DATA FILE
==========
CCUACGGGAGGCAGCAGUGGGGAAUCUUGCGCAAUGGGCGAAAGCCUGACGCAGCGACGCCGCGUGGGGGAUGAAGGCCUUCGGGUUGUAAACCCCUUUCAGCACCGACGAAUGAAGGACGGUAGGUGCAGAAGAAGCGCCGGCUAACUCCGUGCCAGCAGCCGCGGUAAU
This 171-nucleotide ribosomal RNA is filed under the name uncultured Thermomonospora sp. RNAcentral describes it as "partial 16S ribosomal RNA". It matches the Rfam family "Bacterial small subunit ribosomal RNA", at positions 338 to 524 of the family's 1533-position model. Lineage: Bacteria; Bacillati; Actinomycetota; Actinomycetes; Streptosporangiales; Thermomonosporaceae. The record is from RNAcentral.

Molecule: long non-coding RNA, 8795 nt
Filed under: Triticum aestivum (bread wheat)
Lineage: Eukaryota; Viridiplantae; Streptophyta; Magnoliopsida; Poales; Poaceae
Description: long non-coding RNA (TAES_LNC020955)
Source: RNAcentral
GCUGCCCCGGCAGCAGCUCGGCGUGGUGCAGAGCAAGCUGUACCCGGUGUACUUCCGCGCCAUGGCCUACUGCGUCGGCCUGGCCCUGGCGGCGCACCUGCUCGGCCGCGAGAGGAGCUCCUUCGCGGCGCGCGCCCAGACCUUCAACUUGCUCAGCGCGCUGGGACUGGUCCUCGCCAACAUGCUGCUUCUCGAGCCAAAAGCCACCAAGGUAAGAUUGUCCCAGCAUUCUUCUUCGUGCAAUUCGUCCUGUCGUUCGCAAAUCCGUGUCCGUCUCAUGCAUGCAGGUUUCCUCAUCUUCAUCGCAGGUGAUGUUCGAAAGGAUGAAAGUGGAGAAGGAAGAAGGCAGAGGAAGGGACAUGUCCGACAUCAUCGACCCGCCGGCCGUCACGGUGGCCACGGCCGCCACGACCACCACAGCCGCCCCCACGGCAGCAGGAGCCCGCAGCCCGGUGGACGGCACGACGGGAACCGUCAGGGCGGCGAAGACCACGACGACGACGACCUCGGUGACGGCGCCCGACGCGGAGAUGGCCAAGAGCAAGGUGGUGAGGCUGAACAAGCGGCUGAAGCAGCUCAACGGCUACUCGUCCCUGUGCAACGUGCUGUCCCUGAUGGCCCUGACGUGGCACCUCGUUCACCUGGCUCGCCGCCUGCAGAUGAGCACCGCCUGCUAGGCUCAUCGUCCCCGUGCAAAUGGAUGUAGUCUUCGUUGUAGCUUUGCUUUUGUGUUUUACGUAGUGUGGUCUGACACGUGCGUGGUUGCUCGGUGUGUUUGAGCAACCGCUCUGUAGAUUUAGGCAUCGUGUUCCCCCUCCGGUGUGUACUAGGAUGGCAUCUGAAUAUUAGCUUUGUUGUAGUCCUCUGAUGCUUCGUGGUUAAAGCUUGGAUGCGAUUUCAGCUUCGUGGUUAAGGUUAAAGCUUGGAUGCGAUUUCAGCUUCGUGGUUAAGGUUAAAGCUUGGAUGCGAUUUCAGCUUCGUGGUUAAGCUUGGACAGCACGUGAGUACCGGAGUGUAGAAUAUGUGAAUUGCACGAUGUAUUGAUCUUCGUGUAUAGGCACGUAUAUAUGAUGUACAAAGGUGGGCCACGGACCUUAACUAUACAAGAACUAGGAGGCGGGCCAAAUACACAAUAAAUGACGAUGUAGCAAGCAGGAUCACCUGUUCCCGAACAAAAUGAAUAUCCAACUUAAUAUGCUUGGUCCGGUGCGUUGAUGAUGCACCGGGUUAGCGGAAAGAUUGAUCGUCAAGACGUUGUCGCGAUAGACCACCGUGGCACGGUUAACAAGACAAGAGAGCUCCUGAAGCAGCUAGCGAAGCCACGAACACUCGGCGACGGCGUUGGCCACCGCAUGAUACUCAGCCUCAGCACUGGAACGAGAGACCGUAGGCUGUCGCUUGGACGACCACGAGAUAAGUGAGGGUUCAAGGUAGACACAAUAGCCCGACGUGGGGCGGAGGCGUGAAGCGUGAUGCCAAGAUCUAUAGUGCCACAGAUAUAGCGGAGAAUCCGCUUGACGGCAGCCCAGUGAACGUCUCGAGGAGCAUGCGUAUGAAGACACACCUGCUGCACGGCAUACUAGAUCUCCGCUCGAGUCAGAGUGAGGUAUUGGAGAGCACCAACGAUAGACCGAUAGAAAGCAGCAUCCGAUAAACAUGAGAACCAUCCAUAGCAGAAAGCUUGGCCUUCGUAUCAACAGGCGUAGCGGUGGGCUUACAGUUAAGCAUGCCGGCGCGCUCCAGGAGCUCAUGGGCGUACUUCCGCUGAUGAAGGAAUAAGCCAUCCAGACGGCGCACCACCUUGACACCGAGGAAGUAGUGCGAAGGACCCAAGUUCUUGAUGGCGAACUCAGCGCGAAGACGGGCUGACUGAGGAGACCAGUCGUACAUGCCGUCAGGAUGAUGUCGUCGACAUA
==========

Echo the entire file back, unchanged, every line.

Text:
CCUACGGGAGGCAGCAGUGGGGAAUCUUGCGCAAUGGGCGAAAGCCUGACGCAGCGACGCCGCGUGGGGGAUGAAGGCCUUCGGGUUGUAAACCCCUUUCAGCACCGACGAAUGAAGGACGGUAGGUGCAGAAGAAGCGCCGGCUAACUCCGUGCCAGCAGCCGCGGUAAU
This 171-nucleotide ribosomal RNA is filed under the name uncultured Thermomonospora sp. RNAcentral describes it as "partial 16S ribosomal RNA". It matches the Rfam family "Bacterial small subunit ribosomal RNA", at positions 338 to 524 of the family's 1533-position model. Lineage: Bacteria; Bacillati; Actinomycetota; Actinomycetes; Streptosporangiales; Thermomonosporaceae. The record is from RNAcentral.

Molecule: long non-coding RNA, 8795 nt
Filed under: Triticum aestivum (bread wheat)
Lineage: Eukaryota; Viridiplantae; Streptophyta; Magnoliopsida; Poales; Poaceae
Description: long non-coding RNA (TAES_LNC020955)
Source: RNAcentral
GCUGCCCCGGCAGCAGCUCGGCGUGGUGCAGAGCAAGCUGUACCCGGUGUACUUCCGCGCCAUGGCCUACUGCGUCGGCCUGGCCCUGGCGGCGCACCUGCUCGGCCGCGAGAGGAGCUCCUUCGCGGCGCGCGCCCAGACCUUCAACUUGCUCAGCGCGCUGGGACUGGUCCUCGCCAACAUGCUGCUUCUCGAGCCAAAAGCCACCAAGGUAAGAUUGUCCCAGCAUUCUUCUUCGUGCAAUUCGUCCUGUCGUUCGCAAAUCCGUGUCCGUCUCAUGCAUGCAGGUUUCCUCAUCUUCAUCGCAGGUGAUGUUCGAAAGGAUGAAAGUGGAGAAGGAAGAAGGCAGAGGAAGGGACAUGUCCGACAUCAUCGACCCGCCGGCCGUCACGGUGGCCACGGCCGCCACGACCACCACAGCCGCCCCCACGGCAGCAGGAGCCCGCAGCCCGGUGGACGGCACGACGGGAACCGUCAGGGCGGCGAAGACCACGACGACGACGACCUCGGUGACGGCGCCCGACGCGGAGAUGGCCAAGAGCAAGGUGGUGAGGCUGAACAAGCGGCUGAAGCAGCUCAACGGCUACUCGUCCCUGUGCAACGUGCUGUCCCUGAUGGCCCUGACGUGGCACCUCGUUCACCUGGCUCGCCGCCUGCAGAUGAGCACCGCCUGCUAGGCUCAUCGUCCCCGUGCAAAUGGAUGUAGUCUUCGUUGUAGCUUUGCUUUUGUGUUUUACGUAGUGUGGUCUGACACGUGCGUGGUUGCUCGGUGUGUUUGAGCAACCGCUCUGUAGAUUUAGGCAUCGUGUUCCCCCUCCGGUGUGUACUAGGAUGGCAUCUGAAUAUUAGCUUUGUUGUAGUCCUCUGAUGCUUCGUGGUUAAAGCUUGGAUGCGAUUUCAGCUUCGUGGUUAAGGUUAAAGCUUGGAUGCGAUUUCAGCUUCGUGGUUAAGGUUAAAGCUUGGAUGCGAUUUCAGCUUCGUGGUUAAGCUUGGACAGCACGUGAGUACCGGAGUGUAGAAUAUGUGAAUUGCACGAUGUAUUGAUCUUCGUGUAUAGGCACGUAUAUAUGAUGUACAAAGGUGGGCCACGGACCUUAACUAUACAAGAACUAGGAGGCGGGCCAAAUACACAAUAAAUGACGAUGUAGCAAGCAGGAUCACCUGUUCCCGAACAAAAUGAAUAUCCAACUUAAUAUGCUUGGUCCGGUGCGUUGAUGAUGCACCGGGUUAGCGGAAAGAUUGAUCGUCAAGACGUUGUCGCGAUAGACCACCGUGGCACGGUUAACAAGACAAGAGAGCUCCUGAAGCAGCUAGCGAAGCCACGAACACUCGGCGACGGCGUUGGCCACCGCAUGAUACUCAGCCUCAGCACUGGAACGAGAGACCGUAGGCUGUCGCUUGGACGACCACGAGAUAAGUGAGGGUUCAAGGUAGACACAAUAGCCCGACGUGGGGCGGAGGCGUGAAGCGUGAUGCCAAGAUCUAUAGUGCCACAGAUAUAGCGGAGAAUCCGCUUGACGGCAGCCCAGUGAACGUCUCGAGGAGCAUGCGUAUGAAGACACACCUGCUGCACGGCAUACUAGAUCUCCGCUCGAGUCAGAGUGAGGUAUUGGAGAGCACCAACGAUAGACCGAUAGAAAGCAGCAUCCGAUAAACAUGAGAACCAUCCAUAGCAGAAAGCUUGGCCUUCGUAUCAACAGGCGUAGCGGUGGGCUUACAGUUAAGCAUGCCGGCGCGCUCCAGGAGCUCAUGGGCGUACUUCCGCUGAUGAAGGAAUAAGCCAUCCAGACGGCGCACCACCUUGACACCGAGGAAGUAGUGCGAAGGACCCAAGUUCUUGAUGGCGAACUCAGCGCGAAGACGGGCUGACUGAGGAGACCAGUCGUACAUGCCGUCAGGAUGAUGUCGUCGACAUA